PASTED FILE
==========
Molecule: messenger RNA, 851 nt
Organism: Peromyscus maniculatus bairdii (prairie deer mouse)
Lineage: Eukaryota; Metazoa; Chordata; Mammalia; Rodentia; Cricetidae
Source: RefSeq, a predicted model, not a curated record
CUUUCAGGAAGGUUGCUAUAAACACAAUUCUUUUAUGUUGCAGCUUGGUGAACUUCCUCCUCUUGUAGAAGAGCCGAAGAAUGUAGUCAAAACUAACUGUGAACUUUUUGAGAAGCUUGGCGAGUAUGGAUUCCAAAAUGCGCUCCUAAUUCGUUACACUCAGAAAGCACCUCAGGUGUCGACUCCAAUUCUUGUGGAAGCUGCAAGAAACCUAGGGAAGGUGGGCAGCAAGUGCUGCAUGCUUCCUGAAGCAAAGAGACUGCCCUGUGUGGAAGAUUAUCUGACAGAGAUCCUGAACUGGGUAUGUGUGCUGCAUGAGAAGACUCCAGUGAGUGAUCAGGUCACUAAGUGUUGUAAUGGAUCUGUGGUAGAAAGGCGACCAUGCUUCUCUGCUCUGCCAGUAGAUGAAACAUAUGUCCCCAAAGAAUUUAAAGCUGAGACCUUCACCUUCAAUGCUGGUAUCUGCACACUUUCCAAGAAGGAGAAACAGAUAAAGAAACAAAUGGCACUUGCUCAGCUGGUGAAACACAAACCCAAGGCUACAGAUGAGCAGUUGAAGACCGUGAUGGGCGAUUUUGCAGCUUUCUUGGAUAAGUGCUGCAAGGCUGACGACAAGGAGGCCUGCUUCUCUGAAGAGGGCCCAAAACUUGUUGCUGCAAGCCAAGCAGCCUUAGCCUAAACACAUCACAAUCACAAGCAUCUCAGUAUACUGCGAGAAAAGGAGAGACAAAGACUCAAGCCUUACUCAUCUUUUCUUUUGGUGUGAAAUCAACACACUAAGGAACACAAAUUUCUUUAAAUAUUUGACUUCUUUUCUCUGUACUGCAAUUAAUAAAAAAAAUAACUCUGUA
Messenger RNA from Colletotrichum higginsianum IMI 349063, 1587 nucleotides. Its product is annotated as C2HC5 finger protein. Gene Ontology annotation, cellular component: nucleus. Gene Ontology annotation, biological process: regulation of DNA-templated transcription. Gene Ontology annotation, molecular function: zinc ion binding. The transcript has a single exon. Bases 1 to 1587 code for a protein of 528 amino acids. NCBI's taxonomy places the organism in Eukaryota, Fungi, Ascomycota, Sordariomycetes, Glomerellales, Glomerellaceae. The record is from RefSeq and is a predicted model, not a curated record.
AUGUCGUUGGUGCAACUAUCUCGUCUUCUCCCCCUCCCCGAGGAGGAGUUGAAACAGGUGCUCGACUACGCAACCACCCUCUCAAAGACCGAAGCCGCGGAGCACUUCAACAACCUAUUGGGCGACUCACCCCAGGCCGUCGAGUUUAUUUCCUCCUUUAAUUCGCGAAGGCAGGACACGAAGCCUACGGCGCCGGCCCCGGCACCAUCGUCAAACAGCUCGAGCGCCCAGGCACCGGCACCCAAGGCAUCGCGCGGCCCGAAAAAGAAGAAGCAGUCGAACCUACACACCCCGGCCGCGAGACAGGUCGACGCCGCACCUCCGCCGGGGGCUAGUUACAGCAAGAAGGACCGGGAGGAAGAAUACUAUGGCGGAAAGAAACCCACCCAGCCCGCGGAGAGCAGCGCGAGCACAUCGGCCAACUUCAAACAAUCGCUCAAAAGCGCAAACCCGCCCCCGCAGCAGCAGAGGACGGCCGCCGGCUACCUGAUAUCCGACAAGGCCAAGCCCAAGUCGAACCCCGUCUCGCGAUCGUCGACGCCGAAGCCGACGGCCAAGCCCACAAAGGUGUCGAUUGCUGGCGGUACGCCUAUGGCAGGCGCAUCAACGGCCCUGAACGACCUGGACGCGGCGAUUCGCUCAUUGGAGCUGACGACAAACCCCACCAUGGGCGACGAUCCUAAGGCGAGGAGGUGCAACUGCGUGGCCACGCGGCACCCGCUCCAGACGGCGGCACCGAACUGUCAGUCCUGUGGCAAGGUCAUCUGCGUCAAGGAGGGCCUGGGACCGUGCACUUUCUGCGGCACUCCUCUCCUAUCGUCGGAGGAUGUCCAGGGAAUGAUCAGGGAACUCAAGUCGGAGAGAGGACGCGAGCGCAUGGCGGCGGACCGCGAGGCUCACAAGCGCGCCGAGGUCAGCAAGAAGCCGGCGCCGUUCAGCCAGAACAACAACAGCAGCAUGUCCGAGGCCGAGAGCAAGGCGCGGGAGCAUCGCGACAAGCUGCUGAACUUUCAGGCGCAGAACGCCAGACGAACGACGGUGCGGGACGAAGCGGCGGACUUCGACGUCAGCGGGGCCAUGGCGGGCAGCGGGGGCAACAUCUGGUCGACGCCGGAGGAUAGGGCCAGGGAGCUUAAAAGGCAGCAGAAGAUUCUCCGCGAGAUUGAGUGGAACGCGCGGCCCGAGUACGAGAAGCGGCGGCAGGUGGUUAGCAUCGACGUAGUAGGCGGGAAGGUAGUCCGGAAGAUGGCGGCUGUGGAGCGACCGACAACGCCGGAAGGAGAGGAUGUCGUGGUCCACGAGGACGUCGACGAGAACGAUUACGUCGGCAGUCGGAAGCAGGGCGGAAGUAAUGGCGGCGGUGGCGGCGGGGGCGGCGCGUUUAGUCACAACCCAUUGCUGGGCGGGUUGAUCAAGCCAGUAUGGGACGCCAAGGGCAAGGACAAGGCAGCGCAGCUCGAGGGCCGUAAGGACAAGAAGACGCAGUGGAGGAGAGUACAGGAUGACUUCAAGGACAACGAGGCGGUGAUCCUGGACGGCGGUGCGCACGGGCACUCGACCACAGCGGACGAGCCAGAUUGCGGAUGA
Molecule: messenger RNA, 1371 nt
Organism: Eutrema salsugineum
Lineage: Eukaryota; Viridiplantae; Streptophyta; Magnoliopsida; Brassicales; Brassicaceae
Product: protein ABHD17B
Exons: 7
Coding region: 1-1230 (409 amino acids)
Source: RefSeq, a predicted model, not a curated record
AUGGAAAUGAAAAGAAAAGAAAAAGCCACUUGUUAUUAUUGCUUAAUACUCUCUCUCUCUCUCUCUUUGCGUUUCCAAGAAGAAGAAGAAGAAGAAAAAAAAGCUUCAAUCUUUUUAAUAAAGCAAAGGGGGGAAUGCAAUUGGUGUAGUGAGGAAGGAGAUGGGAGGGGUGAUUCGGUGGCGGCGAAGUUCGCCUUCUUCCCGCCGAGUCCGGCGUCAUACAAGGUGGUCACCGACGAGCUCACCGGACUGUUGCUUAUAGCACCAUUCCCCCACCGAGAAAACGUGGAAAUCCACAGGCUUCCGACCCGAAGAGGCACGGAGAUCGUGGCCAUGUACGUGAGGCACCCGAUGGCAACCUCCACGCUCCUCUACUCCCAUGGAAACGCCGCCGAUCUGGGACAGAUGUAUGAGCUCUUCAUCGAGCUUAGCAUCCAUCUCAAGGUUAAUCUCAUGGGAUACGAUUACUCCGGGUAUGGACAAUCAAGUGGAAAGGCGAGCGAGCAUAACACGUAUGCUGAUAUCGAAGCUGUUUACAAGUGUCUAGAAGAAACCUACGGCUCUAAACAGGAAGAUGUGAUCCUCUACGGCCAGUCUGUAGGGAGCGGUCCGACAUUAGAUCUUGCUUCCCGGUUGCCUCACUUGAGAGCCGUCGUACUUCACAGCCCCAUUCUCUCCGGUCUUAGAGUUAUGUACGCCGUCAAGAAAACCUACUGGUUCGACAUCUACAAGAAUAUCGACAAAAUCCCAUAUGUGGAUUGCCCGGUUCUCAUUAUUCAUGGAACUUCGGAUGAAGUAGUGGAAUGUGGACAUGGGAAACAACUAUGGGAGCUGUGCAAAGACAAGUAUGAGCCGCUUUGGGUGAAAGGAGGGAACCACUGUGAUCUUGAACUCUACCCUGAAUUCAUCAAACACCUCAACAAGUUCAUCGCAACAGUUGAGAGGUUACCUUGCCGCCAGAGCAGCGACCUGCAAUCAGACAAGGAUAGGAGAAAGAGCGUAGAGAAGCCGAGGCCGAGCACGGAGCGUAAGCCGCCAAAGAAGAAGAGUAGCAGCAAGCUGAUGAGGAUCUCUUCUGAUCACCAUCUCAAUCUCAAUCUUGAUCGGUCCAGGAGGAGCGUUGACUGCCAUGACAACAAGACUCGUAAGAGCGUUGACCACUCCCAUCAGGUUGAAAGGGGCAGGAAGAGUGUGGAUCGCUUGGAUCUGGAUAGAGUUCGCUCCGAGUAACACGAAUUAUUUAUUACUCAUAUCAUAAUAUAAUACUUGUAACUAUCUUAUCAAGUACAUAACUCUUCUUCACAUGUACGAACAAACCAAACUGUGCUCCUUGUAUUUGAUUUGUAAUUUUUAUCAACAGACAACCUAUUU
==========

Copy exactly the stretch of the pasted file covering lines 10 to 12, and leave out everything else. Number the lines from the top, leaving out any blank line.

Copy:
Lineage: Eukaryota; Viridiplantae; Streptophyta; Magnoliopsida; Brassicales; Brassicaceae
Product: protein ABHD17B
Exons: 7